The biomedical research community is motivated to share and reuse data from studies and projects by funding agencies and publishers. Effectively combining and reusing neuroimaging data from publicly available datasets, requires the capability to query across datasets in order to identify cohorts that match both neuroimaging and clinical/behavioral data criteria. Critical barriers to operationalizing such queries include, in part, the broad use of undefined study variables with limited or no annotations that make it difficult to understand the data available without significant interaction with the original authors. Using the Brain Imaging Data Structure (BIDS) to organize neuroimaging data has made querying across studies for specific image types possible at scale. However, in BIDS, beyond file naming and tightly controlled imaging directory structures, there are very few constraints on ancillary variable naming/meaning or experiment-specific metadata. In this work, we present NIDM-Terms, a set of user-friendly terminology management tools and associated software to better manage individual lab terminologies and help with annotating BIDS datasets. Using these tools to annotate BIDS data with a Neuroimaging Data Model (NIDM) semantic web representation, enables queries across datasets to identify cohorts with specific neuroimaging and clinical/behavioral measurements. This manuscript describes the overall informatics structures and demonstrates the use of tools to annotate BIDS datasets to perform integrated cross-cohort queries.
  • A System for Rapidly Yet Rigorously Evaluating the Quality of Randomized Controlled Trials

    Smith, Eric G; Grigorian, Hannah L (2023-07-01)
    This tutorial describes a system for rapidly yet rigorously assessing the quality of randomized controlled trials (RCTs). The system has 7 criteria, represented by the acronym "BIS FOES." The BIS FOES system directs readers to assess RCTs based on the following 7 criteria: the RCT's use (or not) of effective (1) Blinding; the RCT's use (or not) of (2) Intent-to-Treat Analysis; the RCT's (3) Size and other information reflecting the effectiveness of randomization; the amount of sample lost during (4) Follow-up; the (5) Outcomes examined by the RCT (specifically, the outcome measures used by the RCT), the (6) Efects reported (ie, the statistical and clinical significance of the RCT's primary, secondary, and safety findings), and any (7) Special Considerations (ie, additional strengths, limitations, or notable features of the RCT). The first 6 criteria are of basic importance to the assessment of every RCT, whereas the Special Considerations criteria allows the system to be expanded to include virtually any other important aspect of the RCT. This tutorial explains the importance of these criteria and how to assess them. This tutorial also describes how many BIS FOES criteria can be initially assessed from the RCT Abstract while also directing readers to specific locations in the RCT article where additional important information can be found. We hope that the BIS FOES system will help healthcare trainees, but also potentially clinicians, researchers, and the general public, rapidly and thoroughly assess RCTs.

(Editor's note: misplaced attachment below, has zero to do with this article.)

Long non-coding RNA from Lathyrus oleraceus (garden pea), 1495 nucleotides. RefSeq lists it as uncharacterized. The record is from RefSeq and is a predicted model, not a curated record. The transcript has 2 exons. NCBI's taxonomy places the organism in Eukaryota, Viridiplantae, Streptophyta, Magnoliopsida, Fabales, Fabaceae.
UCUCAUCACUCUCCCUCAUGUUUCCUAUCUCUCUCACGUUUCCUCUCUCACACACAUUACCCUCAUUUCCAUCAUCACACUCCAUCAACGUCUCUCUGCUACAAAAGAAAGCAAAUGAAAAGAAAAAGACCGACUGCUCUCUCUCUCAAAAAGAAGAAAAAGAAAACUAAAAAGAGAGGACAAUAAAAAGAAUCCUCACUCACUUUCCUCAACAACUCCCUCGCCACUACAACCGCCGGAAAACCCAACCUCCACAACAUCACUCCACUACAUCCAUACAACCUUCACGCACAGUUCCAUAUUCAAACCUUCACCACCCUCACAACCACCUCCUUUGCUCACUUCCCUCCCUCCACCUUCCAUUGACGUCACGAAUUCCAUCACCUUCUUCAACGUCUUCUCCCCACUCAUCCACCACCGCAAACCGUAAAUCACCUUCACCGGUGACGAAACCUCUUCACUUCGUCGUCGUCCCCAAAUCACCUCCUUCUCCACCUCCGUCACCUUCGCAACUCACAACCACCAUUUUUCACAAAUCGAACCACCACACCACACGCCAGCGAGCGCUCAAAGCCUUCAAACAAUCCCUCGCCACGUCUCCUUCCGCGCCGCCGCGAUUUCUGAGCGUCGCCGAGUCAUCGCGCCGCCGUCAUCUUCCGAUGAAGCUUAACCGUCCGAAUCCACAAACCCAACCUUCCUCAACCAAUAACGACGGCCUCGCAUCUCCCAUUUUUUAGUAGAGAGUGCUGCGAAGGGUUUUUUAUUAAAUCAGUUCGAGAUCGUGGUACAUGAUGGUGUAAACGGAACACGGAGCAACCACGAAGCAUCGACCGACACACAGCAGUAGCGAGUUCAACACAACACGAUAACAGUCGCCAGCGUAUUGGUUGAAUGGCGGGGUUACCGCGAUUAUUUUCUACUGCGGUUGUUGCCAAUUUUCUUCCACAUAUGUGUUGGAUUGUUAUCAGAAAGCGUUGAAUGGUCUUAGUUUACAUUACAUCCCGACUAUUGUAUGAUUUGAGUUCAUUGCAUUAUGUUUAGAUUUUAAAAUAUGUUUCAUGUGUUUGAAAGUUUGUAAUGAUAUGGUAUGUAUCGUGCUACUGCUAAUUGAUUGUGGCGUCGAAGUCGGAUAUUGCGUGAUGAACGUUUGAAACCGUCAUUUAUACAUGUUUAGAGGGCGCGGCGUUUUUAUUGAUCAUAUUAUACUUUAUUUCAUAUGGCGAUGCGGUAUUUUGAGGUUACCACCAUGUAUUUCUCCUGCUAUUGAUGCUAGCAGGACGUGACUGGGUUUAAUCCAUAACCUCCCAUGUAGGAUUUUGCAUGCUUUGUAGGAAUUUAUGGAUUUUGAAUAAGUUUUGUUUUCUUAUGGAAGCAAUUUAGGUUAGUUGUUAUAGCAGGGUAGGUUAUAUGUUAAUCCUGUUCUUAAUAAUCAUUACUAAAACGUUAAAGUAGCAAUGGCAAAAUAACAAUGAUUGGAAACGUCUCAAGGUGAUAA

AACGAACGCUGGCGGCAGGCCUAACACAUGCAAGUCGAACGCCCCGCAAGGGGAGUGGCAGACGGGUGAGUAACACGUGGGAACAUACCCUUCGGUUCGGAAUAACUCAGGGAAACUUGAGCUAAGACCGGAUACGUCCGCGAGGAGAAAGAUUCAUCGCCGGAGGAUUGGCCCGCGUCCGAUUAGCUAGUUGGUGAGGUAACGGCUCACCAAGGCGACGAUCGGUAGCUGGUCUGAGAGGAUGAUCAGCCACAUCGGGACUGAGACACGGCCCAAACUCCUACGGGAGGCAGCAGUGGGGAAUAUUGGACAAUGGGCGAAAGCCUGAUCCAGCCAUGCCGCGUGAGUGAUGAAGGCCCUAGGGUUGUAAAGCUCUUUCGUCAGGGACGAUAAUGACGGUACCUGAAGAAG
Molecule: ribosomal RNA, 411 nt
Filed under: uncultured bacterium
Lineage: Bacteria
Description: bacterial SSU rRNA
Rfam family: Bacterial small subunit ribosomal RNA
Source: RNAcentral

• Feasibility of a Career Development Intervention for Veterans in Vocational Rehabilitation: Protocol for a Pilot Randomized Controlled Trial

    Stevenson, Brian; Teravainen, Taina; Kathawalla, Ummul Kiram; Singer, Margo; Wilkins, Sarah; Mueller, Lisa; Kelly, Megan; Ellison, Marsha; Shirk, Steven D; Bakken, Shana; et al. (2023-06-30)